Most of the whitespace bandwidth from Channels 21 through 51 is registered by licensed entities, which in-clude television stations, cable networks, and film and TV production. Unfortunately, theaters, hotels, convention centers, theme parks, churches, and schools are not technically eligible to obtain a license. To use whitespace spectrum, licensed entities just need to check in with the registration databases when they are in operation. For those of us in the unlicensed category, we must register 30 days in advance, and requests can be rejected by objections from licensed users. Obviously, knowing that you're going to need spectrum thirty days in advance can be a challenge in a fast-moving production environment. If, however, you are registered in the database, unlicensed users are required to avoid using your frequencies. The spectrum reference databases currently in operation are Spectrum Bridge, Google, and Telcordia, although a recent check of Telcordia seemed to show their database being down. For the production user, trying to obtain a license is a complicated process involving much paperwork and the expertise of lawyers.

What's coming up in the TV Band spectrum is an incentive auction. Unlike the sale of the 700 MHz band, which was wholesale and involuntary, the FCC is encouraging current license holders to make a decision whether to hold on to their current license, or to give up all or part of what they currently hold. By giving up their current allocation, they can move to a lower channel, thus freeing up current TV Band spectrum for new uses. This reallocation and repacking pro-cess will probably start around 2015, but could go on through to 2022. As this process may impact the whitespace re-served around TV channel 37, Ms. Liang-Chaboud encouraged AES members to write their congressperson regarding the needs of production wireless users.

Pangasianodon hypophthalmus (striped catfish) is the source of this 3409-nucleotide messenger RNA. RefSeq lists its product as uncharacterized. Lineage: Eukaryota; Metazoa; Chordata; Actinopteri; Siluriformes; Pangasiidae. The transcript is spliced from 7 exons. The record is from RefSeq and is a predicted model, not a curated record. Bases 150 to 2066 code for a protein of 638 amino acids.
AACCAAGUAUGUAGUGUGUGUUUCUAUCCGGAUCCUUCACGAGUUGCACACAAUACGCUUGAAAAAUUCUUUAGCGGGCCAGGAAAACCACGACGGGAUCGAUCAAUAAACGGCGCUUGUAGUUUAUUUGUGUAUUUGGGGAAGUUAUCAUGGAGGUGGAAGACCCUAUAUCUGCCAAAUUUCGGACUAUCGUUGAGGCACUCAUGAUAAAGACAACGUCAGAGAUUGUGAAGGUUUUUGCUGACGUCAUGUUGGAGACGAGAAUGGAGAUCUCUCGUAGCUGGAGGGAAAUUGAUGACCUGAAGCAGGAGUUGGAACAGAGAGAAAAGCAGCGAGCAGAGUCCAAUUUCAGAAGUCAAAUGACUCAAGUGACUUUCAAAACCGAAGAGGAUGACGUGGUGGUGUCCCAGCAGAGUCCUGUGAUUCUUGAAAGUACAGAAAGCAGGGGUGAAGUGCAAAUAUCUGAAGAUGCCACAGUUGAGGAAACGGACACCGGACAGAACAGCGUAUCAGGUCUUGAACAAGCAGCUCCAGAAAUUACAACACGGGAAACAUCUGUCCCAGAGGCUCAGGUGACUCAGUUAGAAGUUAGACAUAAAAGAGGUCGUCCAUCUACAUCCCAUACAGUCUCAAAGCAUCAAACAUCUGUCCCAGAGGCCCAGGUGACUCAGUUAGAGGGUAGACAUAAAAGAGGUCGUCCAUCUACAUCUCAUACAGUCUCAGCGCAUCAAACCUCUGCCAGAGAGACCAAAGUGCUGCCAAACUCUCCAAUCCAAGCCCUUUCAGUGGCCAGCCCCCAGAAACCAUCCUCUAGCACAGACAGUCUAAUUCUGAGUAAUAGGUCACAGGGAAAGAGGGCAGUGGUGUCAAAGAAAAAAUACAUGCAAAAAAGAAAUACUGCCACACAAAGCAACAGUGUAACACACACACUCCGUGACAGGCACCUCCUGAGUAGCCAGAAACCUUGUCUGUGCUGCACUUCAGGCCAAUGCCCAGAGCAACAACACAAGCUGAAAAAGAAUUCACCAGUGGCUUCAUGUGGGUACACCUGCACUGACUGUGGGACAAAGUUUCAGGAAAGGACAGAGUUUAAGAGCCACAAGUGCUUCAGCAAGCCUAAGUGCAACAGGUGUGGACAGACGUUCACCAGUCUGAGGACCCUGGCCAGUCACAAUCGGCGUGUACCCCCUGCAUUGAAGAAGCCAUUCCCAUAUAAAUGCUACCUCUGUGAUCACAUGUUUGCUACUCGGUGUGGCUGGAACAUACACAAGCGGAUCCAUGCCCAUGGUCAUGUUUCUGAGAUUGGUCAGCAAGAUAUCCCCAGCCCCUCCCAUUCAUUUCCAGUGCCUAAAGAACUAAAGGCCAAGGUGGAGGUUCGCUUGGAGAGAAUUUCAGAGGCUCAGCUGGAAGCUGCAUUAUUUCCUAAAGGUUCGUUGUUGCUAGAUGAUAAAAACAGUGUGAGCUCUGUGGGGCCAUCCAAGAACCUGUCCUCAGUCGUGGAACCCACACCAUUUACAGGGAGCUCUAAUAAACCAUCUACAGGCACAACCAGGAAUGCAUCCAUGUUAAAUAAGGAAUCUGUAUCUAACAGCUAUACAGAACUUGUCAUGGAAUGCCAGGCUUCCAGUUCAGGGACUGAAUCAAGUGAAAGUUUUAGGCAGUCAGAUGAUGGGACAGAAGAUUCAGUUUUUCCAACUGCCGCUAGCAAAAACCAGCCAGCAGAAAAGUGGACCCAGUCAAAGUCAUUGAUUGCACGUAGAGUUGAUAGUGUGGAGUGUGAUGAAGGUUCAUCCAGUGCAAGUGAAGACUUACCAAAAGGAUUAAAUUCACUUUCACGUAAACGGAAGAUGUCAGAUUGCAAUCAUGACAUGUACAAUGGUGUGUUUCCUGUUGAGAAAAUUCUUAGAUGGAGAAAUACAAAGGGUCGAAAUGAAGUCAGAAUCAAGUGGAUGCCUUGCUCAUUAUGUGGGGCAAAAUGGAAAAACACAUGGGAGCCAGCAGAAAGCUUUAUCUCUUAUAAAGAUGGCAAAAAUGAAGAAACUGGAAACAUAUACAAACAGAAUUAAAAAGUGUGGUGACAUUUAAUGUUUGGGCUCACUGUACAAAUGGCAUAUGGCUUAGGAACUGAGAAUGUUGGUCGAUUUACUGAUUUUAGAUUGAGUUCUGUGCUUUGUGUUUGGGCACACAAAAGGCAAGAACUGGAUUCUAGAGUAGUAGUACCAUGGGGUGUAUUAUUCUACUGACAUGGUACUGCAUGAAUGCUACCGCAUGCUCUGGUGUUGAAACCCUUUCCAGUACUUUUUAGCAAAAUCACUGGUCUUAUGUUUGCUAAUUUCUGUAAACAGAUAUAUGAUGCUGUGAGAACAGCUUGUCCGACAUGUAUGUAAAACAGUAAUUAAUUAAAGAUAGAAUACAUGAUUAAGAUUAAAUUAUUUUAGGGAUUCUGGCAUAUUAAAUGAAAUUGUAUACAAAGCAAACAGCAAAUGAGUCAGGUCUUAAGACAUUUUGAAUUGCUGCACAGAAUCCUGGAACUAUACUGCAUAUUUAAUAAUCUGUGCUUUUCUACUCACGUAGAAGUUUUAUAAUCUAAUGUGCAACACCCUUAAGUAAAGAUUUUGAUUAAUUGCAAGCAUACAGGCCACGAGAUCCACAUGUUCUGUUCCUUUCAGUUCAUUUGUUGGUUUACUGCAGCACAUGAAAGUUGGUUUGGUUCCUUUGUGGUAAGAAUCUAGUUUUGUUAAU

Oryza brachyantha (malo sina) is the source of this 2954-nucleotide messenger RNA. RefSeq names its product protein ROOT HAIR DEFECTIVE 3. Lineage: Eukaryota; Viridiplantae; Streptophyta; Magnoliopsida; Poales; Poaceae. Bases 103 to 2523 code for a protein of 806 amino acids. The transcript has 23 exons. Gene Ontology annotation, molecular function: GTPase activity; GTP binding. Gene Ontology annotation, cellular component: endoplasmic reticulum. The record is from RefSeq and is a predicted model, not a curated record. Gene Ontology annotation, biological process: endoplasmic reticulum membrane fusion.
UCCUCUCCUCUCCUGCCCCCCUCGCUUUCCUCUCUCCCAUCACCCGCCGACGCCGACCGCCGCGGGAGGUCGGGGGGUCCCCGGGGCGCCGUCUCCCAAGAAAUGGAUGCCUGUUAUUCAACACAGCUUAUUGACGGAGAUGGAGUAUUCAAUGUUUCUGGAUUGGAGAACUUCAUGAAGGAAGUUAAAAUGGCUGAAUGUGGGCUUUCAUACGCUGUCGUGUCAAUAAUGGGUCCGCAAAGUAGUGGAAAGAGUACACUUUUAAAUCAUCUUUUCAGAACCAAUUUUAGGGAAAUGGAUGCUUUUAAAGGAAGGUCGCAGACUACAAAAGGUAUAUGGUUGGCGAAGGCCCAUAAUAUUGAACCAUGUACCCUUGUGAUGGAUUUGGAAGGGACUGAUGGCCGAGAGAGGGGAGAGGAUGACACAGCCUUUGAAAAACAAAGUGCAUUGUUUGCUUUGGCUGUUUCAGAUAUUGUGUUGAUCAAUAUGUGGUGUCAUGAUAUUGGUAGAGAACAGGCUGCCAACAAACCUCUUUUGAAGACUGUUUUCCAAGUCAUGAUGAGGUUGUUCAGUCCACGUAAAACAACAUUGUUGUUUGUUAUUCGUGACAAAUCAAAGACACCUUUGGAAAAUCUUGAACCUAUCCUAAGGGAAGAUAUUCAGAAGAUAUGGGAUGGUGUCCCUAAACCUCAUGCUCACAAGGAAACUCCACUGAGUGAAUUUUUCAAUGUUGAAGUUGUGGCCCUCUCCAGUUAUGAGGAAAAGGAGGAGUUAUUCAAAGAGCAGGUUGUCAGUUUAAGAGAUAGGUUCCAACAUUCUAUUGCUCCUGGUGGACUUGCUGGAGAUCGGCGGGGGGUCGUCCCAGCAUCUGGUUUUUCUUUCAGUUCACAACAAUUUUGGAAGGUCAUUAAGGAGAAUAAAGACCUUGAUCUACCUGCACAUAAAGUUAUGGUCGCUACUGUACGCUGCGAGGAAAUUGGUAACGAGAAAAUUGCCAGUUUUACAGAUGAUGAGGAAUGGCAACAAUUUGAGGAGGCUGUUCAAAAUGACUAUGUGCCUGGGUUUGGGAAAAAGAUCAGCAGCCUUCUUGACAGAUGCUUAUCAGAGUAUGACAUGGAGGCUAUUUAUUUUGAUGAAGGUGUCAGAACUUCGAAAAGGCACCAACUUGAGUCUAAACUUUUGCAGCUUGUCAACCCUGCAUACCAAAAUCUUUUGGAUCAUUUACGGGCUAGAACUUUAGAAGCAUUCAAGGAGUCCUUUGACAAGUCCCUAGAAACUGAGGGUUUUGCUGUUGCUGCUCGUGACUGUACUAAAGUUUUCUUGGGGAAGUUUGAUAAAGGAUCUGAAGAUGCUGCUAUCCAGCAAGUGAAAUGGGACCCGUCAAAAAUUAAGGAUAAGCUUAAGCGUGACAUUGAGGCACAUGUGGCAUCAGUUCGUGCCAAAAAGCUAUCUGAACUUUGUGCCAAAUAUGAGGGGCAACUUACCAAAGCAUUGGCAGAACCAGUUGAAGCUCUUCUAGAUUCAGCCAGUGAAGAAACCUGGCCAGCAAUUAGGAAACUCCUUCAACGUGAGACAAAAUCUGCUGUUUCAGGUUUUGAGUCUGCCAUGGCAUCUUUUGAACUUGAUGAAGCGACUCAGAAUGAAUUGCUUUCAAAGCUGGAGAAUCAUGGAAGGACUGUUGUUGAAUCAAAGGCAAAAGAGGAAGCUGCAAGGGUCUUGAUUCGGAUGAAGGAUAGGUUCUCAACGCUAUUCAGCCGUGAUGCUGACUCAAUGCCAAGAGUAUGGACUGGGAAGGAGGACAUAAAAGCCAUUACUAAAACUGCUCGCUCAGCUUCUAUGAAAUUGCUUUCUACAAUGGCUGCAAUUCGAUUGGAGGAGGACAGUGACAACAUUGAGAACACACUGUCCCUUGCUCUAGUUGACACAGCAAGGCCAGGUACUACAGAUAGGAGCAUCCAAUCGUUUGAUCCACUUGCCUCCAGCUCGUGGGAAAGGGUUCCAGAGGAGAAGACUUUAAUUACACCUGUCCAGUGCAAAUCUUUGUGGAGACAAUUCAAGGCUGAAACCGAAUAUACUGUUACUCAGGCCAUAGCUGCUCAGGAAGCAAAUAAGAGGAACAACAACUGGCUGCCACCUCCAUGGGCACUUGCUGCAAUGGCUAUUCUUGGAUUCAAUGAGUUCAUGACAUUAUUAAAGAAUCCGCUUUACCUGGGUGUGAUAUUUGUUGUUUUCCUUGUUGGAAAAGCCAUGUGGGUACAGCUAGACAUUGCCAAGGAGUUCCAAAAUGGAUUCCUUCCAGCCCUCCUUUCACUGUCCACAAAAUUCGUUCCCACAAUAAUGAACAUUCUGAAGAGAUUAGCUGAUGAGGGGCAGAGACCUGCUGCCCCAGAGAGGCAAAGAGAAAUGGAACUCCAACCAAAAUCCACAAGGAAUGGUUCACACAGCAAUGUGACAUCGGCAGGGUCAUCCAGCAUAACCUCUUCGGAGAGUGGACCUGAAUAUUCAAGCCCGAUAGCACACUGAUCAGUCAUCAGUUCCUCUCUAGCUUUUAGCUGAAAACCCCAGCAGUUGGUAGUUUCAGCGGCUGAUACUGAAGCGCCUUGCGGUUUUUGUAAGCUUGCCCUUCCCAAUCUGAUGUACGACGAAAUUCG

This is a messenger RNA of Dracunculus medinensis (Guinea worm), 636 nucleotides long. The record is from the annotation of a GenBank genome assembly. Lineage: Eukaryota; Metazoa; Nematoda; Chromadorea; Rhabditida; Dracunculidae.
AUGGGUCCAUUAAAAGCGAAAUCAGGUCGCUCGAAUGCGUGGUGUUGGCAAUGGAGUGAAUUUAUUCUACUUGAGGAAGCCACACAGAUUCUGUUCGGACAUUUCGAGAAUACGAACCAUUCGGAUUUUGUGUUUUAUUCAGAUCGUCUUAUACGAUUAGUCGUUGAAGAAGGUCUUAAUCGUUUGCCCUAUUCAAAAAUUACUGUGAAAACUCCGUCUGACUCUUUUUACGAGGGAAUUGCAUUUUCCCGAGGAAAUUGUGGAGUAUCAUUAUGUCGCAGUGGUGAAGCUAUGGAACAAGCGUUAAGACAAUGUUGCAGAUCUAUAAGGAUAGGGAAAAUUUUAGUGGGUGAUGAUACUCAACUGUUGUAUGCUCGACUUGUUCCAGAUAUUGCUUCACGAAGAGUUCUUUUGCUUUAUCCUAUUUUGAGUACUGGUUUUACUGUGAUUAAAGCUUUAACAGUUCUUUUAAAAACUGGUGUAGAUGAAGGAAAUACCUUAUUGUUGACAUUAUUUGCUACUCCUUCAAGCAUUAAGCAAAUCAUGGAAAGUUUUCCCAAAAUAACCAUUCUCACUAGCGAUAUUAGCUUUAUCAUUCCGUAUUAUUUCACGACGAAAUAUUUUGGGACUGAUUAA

Ms. Liang-Chaboud then went on to discuss options for dealing with the ongoing contraction of available spec-trum. The first band she talked about was the use of the 2.4 GHz spectrum, which is shared with Wi-Fi and other devic-es. Compared to the lower bands, 2.4 GHz has a reduced range, but devices in this range generally have the ability to frequency hop and can often work well despite competing with other devices. Shure's GLX-D system works in this range, as does Line 6's digital system. She pointed out that because 2.4 devices are often bursting devices, it's possible for multiple devices to share the bandwidth, depending on how heavy the usage is, and recommended doing a scan to determine how heavily used this frequency is in the area in which you wish to use your wireless microphone trans-mitters and receivers. She feels quite strongly that, "If you're going to do RF, you're doing yourself an injustice by not getting a frequency scan. You have to know what you're up against and if you don't have that information, it's just like walking in completely blind."

The second band she discussed is DECT, or Digital Enhanced Cordless Telecommunications. As Ms. Liang-Chaboud said, "The DECT band is not a lot of space, it's 10 MHz in the US, but Europe is lucky because they get twice that." DECT allows for time-slice allocation, so multiple devices can work together as long as they are properly clocked. Current devices operating in this band are cordless headsets such as Plantronics, and cordless phones, and they oper-ate in the 1920 to 1930 MHz band. Current wireless production products working in this band are Shure's Microflex and Revolabs Conferencing Boundary Mics system. In a relatively RF-quiet environment, it's possible to use as many as 40 wireless channels. Long term scans of at least 15 minutes must be done in order to ascertain what frequencies will be available, since devices will turn on and off and sometimes move around. The best time to run a scan like this is the same time of day as the proposed event, so you can determine what other activities are occurring around the space you'll be working in.

The Section would like to thank Ms. Liang-Chaboud for taking the time to speak with us about the changing landscape of managing wireless spectrum for live-sound applications.